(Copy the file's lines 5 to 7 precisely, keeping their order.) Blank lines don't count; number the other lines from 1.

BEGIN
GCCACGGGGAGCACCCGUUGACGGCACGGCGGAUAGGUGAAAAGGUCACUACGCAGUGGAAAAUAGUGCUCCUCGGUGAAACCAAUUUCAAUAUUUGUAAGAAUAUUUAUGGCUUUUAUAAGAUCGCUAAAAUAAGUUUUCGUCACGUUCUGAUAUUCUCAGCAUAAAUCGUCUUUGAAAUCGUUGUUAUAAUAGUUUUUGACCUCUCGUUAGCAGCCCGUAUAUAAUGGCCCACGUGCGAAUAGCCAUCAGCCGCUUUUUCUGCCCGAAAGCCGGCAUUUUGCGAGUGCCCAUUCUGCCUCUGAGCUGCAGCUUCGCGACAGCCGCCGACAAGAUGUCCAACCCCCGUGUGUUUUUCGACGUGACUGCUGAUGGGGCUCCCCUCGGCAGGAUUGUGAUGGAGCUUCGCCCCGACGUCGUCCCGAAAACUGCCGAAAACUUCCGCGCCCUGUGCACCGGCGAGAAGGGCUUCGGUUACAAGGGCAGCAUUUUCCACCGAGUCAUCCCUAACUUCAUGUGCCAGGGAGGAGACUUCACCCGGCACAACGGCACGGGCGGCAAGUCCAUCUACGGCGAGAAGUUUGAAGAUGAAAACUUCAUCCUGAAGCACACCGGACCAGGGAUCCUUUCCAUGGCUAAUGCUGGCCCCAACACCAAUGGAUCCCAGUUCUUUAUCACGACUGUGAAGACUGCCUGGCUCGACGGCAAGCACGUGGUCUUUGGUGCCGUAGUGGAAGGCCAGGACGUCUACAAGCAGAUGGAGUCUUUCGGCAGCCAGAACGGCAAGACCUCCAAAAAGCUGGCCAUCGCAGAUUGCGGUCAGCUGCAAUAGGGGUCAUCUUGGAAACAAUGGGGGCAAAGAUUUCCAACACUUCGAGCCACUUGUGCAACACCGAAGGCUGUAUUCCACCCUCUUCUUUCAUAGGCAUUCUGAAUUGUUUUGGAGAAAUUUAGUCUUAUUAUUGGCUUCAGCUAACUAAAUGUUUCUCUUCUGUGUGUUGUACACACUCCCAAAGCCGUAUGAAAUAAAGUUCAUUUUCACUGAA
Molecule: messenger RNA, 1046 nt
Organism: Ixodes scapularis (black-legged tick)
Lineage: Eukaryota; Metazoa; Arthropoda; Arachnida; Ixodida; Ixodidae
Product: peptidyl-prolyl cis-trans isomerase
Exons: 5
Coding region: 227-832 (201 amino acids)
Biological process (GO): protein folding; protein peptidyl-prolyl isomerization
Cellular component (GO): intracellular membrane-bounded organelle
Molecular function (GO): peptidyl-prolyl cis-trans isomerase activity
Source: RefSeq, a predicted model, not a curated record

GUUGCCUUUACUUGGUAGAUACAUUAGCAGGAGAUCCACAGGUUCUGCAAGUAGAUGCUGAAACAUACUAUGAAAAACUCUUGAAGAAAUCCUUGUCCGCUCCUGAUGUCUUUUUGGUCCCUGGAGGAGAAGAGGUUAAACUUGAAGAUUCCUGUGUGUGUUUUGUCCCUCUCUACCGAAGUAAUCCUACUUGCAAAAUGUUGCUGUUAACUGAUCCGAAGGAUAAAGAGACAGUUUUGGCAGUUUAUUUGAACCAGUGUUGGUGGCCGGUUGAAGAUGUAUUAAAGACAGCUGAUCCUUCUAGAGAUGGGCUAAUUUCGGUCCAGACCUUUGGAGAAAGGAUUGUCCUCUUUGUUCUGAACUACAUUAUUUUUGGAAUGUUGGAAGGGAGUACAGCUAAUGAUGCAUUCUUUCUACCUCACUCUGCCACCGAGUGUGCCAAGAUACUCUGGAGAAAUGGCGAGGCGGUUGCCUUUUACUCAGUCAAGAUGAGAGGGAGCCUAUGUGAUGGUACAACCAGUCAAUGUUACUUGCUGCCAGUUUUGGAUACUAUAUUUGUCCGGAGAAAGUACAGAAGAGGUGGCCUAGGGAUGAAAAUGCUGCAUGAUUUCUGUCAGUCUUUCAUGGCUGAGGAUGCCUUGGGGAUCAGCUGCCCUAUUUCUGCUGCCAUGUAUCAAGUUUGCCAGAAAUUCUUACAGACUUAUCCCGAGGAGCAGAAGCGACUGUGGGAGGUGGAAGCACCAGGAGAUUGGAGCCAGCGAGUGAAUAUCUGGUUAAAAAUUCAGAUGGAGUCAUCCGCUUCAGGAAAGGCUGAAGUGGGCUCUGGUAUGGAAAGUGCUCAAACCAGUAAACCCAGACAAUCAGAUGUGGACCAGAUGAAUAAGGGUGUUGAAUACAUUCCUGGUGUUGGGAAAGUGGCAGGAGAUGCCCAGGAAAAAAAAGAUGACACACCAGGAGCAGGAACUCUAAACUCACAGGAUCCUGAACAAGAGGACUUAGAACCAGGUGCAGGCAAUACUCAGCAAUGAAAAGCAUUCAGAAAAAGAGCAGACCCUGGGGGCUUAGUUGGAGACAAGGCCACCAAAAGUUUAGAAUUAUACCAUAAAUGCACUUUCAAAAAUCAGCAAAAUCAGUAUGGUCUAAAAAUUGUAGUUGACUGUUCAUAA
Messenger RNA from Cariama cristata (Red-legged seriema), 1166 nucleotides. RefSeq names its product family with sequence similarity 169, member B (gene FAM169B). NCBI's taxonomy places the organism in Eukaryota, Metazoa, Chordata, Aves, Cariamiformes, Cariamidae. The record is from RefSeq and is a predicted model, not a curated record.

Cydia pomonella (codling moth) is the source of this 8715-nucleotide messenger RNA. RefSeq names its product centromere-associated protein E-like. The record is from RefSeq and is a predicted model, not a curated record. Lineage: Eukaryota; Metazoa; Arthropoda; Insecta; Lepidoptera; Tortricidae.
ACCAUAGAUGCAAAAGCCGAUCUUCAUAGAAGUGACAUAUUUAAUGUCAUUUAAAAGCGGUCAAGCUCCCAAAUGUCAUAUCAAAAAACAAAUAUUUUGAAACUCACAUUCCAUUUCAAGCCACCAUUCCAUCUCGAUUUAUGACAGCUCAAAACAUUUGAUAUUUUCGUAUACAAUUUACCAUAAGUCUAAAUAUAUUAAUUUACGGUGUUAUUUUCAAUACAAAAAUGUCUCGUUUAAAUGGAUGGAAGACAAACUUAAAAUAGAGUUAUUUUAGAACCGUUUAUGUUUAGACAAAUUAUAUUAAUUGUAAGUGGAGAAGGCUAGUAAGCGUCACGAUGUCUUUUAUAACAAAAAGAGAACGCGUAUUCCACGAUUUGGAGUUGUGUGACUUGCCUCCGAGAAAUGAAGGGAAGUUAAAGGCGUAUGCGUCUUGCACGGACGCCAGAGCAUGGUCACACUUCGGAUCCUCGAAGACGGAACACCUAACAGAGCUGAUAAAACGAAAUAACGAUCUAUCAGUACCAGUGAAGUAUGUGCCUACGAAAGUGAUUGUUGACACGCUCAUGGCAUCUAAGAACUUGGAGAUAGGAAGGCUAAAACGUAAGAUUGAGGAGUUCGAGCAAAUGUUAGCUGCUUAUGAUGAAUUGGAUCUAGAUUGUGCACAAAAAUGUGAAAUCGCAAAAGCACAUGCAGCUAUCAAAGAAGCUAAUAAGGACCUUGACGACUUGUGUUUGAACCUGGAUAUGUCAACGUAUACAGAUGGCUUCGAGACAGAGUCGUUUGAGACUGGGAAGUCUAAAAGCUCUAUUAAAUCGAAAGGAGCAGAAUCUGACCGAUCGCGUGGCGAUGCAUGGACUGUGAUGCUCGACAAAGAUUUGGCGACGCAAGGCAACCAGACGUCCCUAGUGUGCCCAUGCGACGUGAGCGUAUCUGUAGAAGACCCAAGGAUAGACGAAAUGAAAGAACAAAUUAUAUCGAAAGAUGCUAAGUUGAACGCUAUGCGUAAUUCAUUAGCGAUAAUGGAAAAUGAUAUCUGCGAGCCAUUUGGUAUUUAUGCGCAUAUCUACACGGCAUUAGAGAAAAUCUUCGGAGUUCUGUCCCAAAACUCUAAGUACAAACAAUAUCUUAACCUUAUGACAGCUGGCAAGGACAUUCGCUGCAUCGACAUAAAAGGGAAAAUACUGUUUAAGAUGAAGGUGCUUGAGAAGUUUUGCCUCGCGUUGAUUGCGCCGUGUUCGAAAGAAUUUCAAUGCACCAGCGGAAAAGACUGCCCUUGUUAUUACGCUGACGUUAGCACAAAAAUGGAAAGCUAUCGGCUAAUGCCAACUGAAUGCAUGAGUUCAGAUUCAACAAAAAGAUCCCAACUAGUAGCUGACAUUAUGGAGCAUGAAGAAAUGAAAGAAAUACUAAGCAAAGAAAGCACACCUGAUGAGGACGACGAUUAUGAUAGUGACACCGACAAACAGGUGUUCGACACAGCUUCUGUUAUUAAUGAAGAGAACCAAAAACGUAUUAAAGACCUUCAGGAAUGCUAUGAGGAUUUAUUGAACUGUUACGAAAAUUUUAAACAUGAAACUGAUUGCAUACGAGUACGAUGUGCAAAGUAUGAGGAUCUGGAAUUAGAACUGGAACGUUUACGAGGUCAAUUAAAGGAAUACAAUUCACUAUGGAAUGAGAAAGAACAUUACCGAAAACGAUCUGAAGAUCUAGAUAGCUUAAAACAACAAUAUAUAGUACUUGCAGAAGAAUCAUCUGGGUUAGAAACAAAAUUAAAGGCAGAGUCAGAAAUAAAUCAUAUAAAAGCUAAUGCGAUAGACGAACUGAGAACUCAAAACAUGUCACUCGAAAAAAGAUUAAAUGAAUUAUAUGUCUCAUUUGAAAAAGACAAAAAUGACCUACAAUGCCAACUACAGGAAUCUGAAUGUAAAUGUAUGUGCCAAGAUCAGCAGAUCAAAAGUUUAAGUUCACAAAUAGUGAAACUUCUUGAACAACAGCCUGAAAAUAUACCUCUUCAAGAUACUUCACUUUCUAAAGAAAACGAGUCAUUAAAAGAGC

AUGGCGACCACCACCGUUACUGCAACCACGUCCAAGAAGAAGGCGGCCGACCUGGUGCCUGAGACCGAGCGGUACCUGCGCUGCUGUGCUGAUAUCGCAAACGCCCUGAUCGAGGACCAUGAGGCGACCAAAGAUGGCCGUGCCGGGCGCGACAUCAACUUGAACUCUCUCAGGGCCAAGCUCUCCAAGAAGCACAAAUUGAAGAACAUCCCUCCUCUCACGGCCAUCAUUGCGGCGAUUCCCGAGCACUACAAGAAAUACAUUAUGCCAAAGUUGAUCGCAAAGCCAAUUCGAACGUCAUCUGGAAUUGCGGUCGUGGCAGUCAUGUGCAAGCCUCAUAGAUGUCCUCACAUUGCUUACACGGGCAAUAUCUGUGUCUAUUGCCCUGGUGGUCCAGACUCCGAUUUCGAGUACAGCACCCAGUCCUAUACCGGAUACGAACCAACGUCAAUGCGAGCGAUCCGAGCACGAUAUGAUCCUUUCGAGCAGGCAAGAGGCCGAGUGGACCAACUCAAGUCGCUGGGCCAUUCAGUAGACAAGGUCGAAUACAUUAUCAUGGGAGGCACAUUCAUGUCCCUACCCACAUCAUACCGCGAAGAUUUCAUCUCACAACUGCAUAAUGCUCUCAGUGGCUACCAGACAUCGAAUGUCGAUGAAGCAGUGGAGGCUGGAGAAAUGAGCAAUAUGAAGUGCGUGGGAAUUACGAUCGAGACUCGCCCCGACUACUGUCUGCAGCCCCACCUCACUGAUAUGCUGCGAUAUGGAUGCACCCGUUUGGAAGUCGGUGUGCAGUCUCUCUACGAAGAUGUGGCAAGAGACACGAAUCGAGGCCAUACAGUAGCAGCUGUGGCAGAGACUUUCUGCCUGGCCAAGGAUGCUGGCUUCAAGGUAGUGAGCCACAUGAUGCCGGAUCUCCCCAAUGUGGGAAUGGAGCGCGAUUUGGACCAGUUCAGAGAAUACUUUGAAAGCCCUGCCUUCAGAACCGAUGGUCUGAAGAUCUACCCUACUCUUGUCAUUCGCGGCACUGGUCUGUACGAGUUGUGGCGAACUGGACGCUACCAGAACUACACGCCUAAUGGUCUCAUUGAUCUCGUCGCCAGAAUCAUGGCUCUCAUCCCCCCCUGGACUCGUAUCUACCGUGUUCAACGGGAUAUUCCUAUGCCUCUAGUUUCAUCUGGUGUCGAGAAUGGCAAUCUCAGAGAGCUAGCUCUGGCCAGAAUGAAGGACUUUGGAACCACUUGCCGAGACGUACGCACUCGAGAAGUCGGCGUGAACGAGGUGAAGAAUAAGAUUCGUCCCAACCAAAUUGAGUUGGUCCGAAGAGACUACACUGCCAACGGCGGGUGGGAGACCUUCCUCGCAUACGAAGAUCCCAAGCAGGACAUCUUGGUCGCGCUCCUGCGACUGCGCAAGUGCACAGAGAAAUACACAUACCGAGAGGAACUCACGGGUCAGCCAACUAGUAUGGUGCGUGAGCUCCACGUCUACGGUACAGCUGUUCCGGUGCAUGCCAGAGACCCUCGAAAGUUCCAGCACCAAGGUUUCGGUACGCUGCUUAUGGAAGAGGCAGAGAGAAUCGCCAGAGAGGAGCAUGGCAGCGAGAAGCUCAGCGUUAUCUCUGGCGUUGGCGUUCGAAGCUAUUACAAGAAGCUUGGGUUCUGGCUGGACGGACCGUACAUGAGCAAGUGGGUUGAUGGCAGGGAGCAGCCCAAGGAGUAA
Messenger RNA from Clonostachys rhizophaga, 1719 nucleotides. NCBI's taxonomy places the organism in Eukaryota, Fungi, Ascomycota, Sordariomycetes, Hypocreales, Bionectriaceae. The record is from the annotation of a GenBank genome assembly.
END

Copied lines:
Product: peptidyl-prolyl cis-trans isomerase
Exons: 5
Coding region: 227-832 (201 amino acids)